With Father’s Day coming up this Sunday, there are bound to be more than a few jokes flying about “dad bods”; the soft roundness middle-aged men often acquire after settling down and starting a family. But carrying too much weight in the mid-section or thighs can be a significant risk factor for an aggressive form of prostate cancer.
According to a recent study, published in Cancer, a journal of the American Cancer Society, obesity and specifically visceral fat deep in the abdomen and just beneath the skin on the thighs is associated with a higher risk for advanced and fatal prostate cancer. Researchers from the Harvard T.H. Chan School of Public Health analyzed body fat distribution in 1,832 Icelandic men over a period of 13 years.
During the course of the study, 172 men developed prostate cancer and 31 of these died from the disease. The distribution of fat, rather than body mass index, was a stronger indicator in the progression of prostate cancer. The World Cancer Research Fund states that there is strong evidence to support the link between obesity and the risk of advanced prostate cancer. Men with more body fat have lower PSA (prostate-specific antigen) levels because, with a greater blood volume, the PSA is diluted making it more difficult to use this measurement to detect prostate cancer in obese men. Overweight men also tend to avoid visiting the doctor and wait longer to seek treatment. Studies have also found that obesity alters the metabolism of sex hormones which could affect the growth of prostate cancer.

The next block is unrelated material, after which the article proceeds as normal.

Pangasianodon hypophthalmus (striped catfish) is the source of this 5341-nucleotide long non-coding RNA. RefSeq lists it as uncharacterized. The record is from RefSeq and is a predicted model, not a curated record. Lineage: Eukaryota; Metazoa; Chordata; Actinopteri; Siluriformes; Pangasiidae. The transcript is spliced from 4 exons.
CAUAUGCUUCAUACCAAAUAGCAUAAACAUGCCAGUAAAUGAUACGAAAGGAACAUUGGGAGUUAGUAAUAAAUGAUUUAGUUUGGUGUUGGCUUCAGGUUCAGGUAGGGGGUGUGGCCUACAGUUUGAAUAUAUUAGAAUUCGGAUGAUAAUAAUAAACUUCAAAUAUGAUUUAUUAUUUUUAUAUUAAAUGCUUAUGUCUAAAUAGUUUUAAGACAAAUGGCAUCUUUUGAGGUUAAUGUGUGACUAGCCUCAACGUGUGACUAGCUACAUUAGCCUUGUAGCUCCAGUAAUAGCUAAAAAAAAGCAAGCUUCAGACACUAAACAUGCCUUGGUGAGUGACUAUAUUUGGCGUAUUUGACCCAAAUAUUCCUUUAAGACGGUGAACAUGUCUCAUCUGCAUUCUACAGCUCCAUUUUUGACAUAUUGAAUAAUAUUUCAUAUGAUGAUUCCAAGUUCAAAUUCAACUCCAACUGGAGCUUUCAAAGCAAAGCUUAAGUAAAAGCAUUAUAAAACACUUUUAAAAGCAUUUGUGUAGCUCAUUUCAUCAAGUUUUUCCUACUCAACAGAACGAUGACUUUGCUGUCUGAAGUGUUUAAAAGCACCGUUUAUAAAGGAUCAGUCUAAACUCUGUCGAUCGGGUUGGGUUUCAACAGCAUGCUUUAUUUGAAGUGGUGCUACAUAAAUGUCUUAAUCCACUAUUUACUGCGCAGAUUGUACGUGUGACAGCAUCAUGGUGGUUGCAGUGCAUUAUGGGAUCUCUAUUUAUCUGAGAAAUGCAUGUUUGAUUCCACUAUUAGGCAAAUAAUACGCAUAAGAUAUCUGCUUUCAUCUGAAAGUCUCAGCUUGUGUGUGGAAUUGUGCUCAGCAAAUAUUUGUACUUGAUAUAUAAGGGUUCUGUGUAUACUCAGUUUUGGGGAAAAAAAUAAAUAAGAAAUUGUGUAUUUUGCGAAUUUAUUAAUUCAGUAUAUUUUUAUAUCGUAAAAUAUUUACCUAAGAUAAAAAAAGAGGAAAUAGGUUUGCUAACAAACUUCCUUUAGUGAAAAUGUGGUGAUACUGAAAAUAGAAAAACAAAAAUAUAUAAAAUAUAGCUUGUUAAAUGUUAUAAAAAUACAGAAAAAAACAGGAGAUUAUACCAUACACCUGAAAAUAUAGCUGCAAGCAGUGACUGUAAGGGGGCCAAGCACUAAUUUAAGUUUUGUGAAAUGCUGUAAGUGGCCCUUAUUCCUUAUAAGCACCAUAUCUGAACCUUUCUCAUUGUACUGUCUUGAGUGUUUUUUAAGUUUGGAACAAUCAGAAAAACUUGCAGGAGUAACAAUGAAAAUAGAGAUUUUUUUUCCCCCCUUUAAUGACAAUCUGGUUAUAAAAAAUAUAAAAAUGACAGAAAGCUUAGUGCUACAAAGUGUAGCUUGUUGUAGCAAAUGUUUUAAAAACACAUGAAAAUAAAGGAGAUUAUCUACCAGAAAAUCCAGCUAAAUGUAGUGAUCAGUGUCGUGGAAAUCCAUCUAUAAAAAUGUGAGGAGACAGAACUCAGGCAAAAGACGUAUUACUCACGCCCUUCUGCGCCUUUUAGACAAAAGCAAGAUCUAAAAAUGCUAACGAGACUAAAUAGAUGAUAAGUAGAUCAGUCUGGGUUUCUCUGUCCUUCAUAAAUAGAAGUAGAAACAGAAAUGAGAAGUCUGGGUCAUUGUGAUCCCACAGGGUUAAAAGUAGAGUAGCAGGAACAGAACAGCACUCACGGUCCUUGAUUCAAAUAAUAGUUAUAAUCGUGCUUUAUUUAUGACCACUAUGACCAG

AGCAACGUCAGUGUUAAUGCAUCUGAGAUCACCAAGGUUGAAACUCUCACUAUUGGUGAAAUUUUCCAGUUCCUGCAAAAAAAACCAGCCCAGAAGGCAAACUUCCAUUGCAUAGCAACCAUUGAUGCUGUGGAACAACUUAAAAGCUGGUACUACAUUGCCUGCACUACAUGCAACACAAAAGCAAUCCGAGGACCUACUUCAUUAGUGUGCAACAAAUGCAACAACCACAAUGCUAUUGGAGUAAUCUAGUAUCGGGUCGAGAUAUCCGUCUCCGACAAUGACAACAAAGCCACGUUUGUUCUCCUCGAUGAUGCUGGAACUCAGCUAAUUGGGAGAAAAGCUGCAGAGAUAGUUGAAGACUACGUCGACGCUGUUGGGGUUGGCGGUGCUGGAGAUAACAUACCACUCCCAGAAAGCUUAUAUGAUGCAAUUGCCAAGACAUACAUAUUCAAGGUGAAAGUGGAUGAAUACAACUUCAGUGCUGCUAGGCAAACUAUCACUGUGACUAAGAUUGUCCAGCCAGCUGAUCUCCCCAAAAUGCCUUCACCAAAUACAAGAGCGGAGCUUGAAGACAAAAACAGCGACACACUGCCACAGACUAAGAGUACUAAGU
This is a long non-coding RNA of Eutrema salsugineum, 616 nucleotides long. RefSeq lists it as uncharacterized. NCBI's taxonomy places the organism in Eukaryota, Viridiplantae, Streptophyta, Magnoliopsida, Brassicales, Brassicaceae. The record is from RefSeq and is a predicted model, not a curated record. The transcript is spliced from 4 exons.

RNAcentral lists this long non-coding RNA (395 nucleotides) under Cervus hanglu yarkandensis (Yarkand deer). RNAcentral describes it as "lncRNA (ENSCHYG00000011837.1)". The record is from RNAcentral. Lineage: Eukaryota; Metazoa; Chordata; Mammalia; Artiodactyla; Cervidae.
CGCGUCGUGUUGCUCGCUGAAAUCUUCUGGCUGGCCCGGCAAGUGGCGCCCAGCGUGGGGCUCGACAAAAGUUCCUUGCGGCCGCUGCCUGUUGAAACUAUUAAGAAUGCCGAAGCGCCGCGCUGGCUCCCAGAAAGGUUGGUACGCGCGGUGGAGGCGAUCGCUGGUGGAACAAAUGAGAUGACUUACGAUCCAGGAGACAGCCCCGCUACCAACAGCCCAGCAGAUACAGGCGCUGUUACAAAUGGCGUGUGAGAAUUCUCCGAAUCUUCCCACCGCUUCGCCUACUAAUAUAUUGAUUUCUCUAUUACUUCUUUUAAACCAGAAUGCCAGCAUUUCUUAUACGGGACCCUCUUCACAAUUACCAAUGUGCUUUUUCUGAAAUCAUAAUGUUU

Focusing on diet and exercise to shed excess weight is an important way older men can help reduce their risk of prostate cancer. Eating a healthy diet rich in fruits and vegetables, while lowering fats and dairy and getting 30 minutes of exercise each day can help lower the risk of developing prostate cancer. Learn more about prostate cancer prevention by following this link to the Mayo Clinic website.